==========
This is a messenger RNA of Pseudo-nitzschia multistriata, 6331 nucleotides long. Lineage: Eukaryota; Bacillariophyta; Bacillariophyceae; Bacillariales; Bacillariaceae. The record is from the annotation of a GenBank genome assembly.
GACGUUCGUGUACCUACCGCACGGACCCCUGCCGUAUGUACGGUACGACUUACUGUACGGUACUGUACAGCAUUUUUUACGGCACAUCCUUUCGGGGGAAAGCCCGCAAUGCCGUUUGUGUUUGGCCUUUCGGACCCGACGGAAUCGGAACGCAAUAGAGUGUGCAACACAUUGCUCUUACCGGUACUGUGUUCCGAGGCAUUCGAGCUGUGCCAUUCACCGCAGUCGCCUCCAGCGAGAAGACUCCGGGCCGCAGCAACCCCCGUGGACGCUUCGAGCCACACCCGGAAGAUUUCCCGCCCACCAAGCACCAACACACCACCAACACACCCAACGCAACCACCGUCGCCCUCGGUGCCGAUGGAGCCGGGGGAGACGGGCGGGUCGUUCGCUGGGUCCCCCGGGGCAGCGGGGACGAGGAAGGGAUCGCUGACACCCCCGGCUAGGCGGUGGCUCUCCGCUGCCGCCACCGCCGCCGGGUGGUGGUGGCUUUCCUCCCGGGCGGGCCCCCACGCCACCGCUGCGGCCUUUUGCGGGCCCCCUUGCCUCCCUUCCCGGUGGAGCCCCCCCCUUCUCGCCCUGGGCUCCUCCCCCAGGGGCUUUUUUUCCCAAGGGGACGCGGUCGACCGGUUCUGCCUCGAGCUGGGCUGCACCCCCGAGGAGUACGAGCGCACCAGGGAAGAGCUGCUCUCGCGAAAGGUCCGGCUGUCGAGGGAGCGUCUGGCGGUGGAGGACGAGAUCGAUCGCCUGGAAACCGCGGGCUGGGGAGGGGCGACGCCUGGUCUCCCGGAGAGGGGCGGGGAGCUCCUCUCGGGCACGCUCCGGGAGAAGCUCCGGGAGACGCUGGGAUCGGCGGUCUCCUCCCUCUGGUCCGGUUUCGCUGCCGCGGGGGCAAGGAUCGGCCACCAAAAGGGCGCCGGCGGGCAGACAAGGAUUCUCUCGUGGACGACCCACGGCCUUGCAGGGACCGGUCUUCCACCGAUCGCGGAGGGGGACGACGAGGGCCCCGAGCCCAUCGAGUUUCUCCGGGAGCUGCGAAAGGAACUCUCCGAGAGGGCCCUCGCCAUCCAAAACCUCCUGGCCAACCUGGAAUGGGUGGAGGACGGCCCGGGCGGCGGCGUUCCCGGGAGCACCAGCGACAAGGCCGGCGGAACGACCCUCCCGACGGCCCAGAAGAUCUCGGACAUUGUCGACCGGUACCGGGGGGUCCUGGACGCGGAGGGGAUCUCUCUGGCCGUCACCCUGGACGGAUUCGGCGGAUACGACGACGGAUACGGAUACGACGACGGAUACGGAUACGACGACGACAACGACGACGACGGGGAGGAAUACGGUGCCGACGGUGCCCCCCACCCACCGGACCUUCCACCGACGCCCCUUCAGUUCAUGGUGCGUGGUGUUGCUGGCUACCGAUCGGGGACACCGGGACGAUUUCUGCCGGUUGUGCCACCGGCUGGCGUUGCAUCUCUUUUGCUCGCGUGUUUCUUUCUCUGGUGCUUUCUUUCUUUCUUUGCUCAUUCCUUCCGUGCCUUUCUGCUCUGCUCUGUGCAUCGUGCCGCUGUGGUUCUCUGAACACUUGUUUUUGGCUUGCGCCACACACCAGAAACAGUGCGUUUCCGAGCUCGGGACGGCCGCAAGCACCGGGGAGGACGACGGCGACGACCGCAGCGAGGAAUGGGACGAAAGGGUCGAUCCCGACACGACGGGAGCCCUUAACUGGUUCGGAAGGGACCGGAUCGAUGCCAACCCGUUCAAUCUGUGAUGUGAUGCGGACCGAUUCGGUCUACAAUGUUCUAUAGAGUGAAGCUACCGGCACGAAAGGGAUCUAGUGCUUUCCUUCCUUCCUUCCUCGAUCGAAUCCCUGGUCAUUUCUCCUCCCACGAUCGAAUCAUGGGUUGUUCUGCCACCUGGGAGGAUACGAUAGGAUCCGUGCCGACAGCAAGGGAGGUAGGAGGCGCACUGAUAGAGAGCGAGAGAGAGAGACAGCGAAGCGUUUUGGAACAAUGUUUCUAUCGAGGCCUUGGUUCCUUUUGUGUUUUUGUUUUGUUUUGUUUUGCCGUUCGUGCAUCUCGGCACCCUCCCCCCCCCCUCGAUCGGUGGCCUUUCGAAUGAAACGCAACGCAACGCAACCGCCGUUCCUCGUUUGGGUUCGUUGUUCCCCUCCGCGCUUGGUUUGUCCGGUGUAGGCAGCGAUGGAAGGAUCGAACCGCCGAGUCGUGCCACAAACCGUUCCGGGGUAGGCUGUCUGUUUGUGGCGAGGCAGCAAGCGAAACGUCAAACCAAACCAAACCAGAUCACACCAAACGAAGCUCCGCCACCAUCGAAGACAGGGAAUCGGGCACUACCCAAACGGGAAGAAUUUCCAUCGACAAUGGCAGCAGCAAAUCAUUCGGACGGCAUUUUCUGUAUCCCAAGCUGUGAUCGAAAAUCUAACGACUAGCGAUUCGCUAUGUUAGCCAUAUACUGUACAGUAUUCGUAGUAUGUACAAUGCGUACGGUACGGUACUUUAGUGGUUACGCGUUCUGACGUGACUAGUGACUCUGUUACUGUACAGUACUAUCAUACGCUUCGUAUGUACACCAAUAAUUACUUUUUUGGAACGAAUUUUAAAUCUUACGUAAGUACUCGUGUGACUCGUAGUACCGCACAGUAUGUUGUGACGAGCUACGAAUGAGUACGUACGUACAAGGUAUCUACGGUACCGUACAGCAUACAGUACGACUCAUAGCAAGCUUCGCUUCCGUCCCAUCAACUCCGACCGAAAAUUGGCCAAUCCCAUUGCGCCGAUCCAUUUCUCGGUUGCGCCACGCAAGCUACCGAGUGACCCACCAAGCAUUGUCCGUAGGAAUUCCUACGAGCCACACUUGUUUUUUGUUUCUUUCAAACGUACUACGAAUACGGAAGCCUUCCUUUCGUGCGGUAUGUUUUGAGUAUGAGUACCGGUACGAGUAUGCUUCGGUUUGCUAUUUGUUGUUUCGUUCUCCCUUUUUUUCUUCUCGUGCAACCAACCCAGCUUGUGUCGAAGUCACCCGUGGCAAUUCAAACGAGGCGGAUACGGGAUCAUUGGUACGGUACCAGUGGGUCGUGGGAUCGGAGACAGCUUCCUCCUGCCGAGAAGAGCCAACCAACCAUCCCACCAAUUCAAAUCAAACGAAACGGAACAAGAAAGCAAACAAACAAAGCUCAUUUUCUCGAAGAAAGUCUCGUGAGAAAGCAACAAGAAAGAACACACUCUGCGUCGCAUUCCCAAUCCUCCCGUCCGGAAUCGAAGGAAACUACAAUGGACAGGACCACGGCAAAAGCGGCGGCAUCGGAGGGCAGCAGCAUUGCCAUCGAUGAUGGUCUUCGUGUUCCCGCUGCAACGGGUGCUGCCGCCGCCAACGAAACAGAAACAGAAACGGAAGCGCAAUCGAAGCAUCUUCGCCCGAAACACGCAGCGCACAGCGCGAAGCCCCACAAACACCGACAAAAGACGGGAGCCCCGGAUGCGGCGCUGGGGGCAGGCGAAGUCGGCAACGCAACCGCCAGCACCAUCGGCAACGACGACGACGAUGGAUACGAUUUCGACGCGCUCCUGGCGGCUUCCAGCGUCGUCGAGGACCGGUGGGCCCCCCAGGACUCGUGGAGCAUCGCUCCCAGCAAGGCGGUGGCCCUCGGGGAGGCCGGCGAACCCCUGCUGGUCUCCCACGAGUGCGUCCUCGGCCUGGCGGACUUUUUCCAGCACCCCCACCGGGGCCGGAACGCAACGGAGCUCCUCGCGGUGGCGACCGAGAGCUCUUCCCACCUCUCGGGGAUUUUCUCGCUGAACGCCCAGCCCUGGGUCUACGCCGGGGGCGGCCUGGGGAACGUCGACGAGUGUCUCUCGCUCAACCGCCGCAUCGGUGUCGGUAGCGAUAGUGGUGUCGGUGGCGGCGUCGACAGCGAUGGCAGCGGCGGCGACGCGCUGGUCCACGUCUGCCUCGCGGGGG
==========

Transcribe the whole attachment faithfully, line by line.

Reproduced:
This is a messenger RNA of Pseudo-nitzschia multistriata, 6331 nucleotides long. Lineage: Eukaryota; Bacillariophyta; Bacillariophyceae; Bacillariales; Bacillariaceae. The record is from the annotation of a GenBank genome assembly.
GACGUUCGUGUACCUACCGCACGGACCCCUGCCGUAUGUACGGUACGACUUACUGUACGGUACUGUACAGCAUUUUUUACGGCACAUCCUUUCGGGGGAAAGCCCGCAAUGCCGUUUGUGUUUGGCCUUUCGGACCCGACGGAAUCGGAACGCAAUAGAGUGUGCAACACAUUGCUCUUACCGGUACUGUGUUCCGAGGCAUUCGAGCUGUGCCAUUCACCGCAGUCGCCUCCAGCGAGAAGACUCCGGGCCGCAGCAACCCCCGUGGACGCUUCGAGCCACACCCGGAAGAUUUCCCGCCCACCAAGCACCAACACACCACCAACACACCCAACGCAACCACCGUCGCCCUCGGUGCCGAUGGAGCCGGGGGAGACGGGCGGGUCGUUCGCUGGGUCCCCCGGGGCAGCGGGGACGAGGAAGGGAUCGCUGACACCCCCGGCUAGGCGGUGGCUCUCCGCUGCCGCCACCGCCGCCGGGUGGUGGUGGCUUUCCUCCCGGGCGGGCCCCCACGCCACCGCUGCGGCCUUUUGCGGGCCCCCUUGCCUCCCUUCCCGGUGGAGCCCCCCCCUUCUCGCCCUGGGCUCCUCCCCCAGGGGCUUUUUUUCCCAAGGGGACGCGGUCGACCGGUUCUGCCUCGAGCUGGGCUGCACCCCCGAGGAGUACGAGCGCACCAGGGAAGAGCUGCUCUCGCGAAAGGUCCGGCUGUCGAGGGAGCGUCUGGCGGUGGAGGACGAGAUCGAUCGCCUGGAAACCGCGGGCUGGGGAGGGGCGACGCCUGGUCUCCCGGAGAGGGGCGGGGAGCUCCUCUCGGGCACGCUCCGGGAGAAGCUCCGGGAGACGCUGGGAUCGGCGGUCUCCUCCCUCUGGUCCGGUUUCGCUGCCGCGGGGGCAAGGAUCGGCCACCAAAAGGGCGCCGGCGGGCAGACAAGGAUUCUCUCGUGGACGACCCACGGCCUUGCAGGGACCGGUCUUCCACCGAUCGCGGAGGGGGACGACGAGGGCCCCGAGCCCAUCGAGUUUCUCCGGGAGCUGCGAAAGGAACUCUCCGAGAGGGCCCUCGCCAUCCAAAACCUCCUGGCCAACCUGGAAUGGGUGGAGGACGGCCCGGGCGGCGGCGUUCCCGGGAGCACCAGCGACAAGGCCGGCGGAACGACCCUCCCGACGGCCCAGAAGAUCUCGGACAUUGUCGACCGGUACCGGGGGGUCCUGGACGCGGAGGGGAUCUCUCUGGCCGUCACCCUGGACGGAUUCGGCGGAUACGACGACGGAUACGGAUACGACGACGGAUACGGAUACGACGACGACAACGACGACGACGGGGAGGAAUACGGUGCCGACGGUGCCCCCCACCCACCGGACCUUCCACCGACGCCCCUUCAGUUCAUGGUGCGUGGUGUUGCUGGCUACCGAUCGGGGACACCGGGACGAUUUCUGCCGGUUGUGCCACCGGCUGGCGUUGCAUCUCUUUUGCUCGCGUGUUUCUUUCUCUGGUGCUUUCUUUCUUUCUUUGCUCAUUCCUUCCGUGCCUUUCUGCUCUGCUCUGUGCAUCGUGCCGCUGUGGUUCUCUGAACACUUGUUUUUGGCUUGCGCCACACACCAGAAACAGUGCGUUUCCGAGCUCGGGACGGCCGCAAGCACCGGGGAGGACGACGGCGACGACCGCAGCGAGGAAUGGGACGAAAGGGUCGAUCCCGACACGACGGGAGCCCUUAACUGGUUCGGAAGGGACCGGAUCGAUGCCAACCCGUUCAAUCUGUGAUGUGAUGCGGACCGAUUCGGUCUACAAUGUUCUAUAGAGUGAAGCUACCGGCACGAAAGGGAUCUAGUGCUUUCCUUCCUUCCUUCCUCGAUCGAAUCCCUGGUCAUUUCUCCUCCCACGAUCGAAUCAUGGGUUGUUCUGCCACCUGGGAGGAUACGAUAGGAUCCGUGCCGACAGCAAGGGAGGUAGGAGGCGCACUGAUAGAGAGCGAGAGAGAGAGACAGCGAAGCGUUUUGGAACAAUGUUUCUAUCGAGGCCUUGGUUCCUUUUGUGUUUUUGUUUUGUUUUGUUUUGCCGUUCGUGCAUCUCGGCACCCUCCCCCCCCCCUCGAUCGGUGGCCUUUCGAAUGAAACGCAACGCAACGCAACCGCCGUUCCUCGUUUGGGUUCGUUGUUCCCCUCCGCGCUUGGUUUGUCCGGUGUAGGCAGCGAUGGAAGGAUCGAACCGCCGAGUCGUGCCACAAACCGUUCCGGGGUAGGCUGUCUGUUUGUGGCGAGGCAGCAAGCGAAACGUCAAACCAAACCAAACCAGAUCACACCAAACGAAGCUCCGCCACCAUCGAAGACAGGGAAUCGGGCACUACCCAAACGGGAAGAAUUUCCAUCGACAAUGGCAGCAGCAAAUCAUUCGGACGGCAUUUUCUGUAUCCCAAGCUGUGAUCGAAAAUCUAACGACUAGCGAUUCGCUAUGUUAGCCAUAUACUGUACAGUAUUCGUAGUAUGUACAAUGCGUACGGUACGGUACUUUAGUGGUUACGCGUUCUGACGUGACUAGUGACUCUGUUACUGUACAGUACUAUCAUACGCUUCGUAUGUACACCAAUAAUUACUUUUUUGGAACGAAUUUUAAAUCUUACGUAAGUACUCGUGUGACUCGUAGUACCGCACAGUAUGUUGUGACGAGCUACGAAUGAGUACGUACGUACAAGGUAUCUACGGUACCGUACAGCAUACAGUACGACUCAUAGCAAGCUUCGCUUCCGUCCCAUCAACUCCGACCGAAAAUUGGCCAAUCCCAUUGCGCCGAUCCAUUUCUCGGUUGCGCCACGCAAGCUACCGAGUGACCCACCAAGCAUUGUCCGUAGGAAUUCCUACGAGCCACACUUGUUUUUUGUUUCUUUCAAACGUACUACGAAUACGGAAGCCUUCCUUUCGUGCGGUAUGUUUUGAGUAUGAGUACCGGUACGAGUAUGCUUCGGUUUGCUAUUUGUUGUUUCGUUCUCCCUUUUUUUCUUCUCGUGCAACCAACCCAGCUUGUGUCGAAGUCACCCGUGGCAAUUCAAACGAGGCGGAUACGGGAUCAUUGGUACGGUACCAGUGGGUCGUGGGAUCGGAGACAGCUUCCUCCUGCCGAGAAGAGCCAACCAACCAUCCCACCAAUUCAAAUCAAACGAAACGGAACAAGAAAGCAAACAAACAAAGCUCAUUUUCUCGAAGAAAGUCUCGUGAGAAAGCAACAAGAAAGAACACACUCUGCGUCGCAUUCCCAAUCCUCCCGUCCGGAAUCGAAGGAAACUACAAUGGACAGGACCACGGCAAAAGCGGCGGCAUCGGAGGGCAGCAGCAUUGCCAUCGAUGAUGGUCUUCGUGUUCCCGCUGCAACGGGUGCUGCCGCCGCCAACGAAACAGAAACAGAAACGGAAGCGCAAUCGAAGCAUCUUCGCCCGAAACACGCAGCGCACAGCGCGAAGCCCCACAAACACCGACAAAAGACGGGAGCCCCGGAUGCGGCGCUGGGGGCAGGCGAAGUCGGCAACGCAACCGCCAGCACCAUCGGCAACGACGACGACGAUGGAUACGAUUUCGACGCGCUCCUGGCGGCUUCCAGCGUCGUCGAGGACCGGUGGGCCCCCCAGGACUCGUGGAGCAUCGCUCCCAGCAAGGCGGUGGCCCUCGGGGAGGCCGGCGAACCCCUGCUGGUCUCCCACGAGUGCGUCCUCGGCCUGGCGGACUUUUUCCAGCACCCCCACCGGGGCCGGAACGCAACGGAGCUCCUCGCGGUGGCGACCGAGAGCUCUUCCCACCUCUCGGGGAUUUUCUCGCUGAACGCCCAGCCCUGGGUCUACGCCGGGGGCGGCCUGGGGAACGUCGACGAGUGUCUCUCGCUCAACCGCCGCAUCGGUGUCGGUAGCGAUAGUGGUGUCGGUGGCGGCGUCGACAGCGAUGGCAGCGGCGGCGACGCGCUGGUCCACGUCUGCCUCGCGGGGG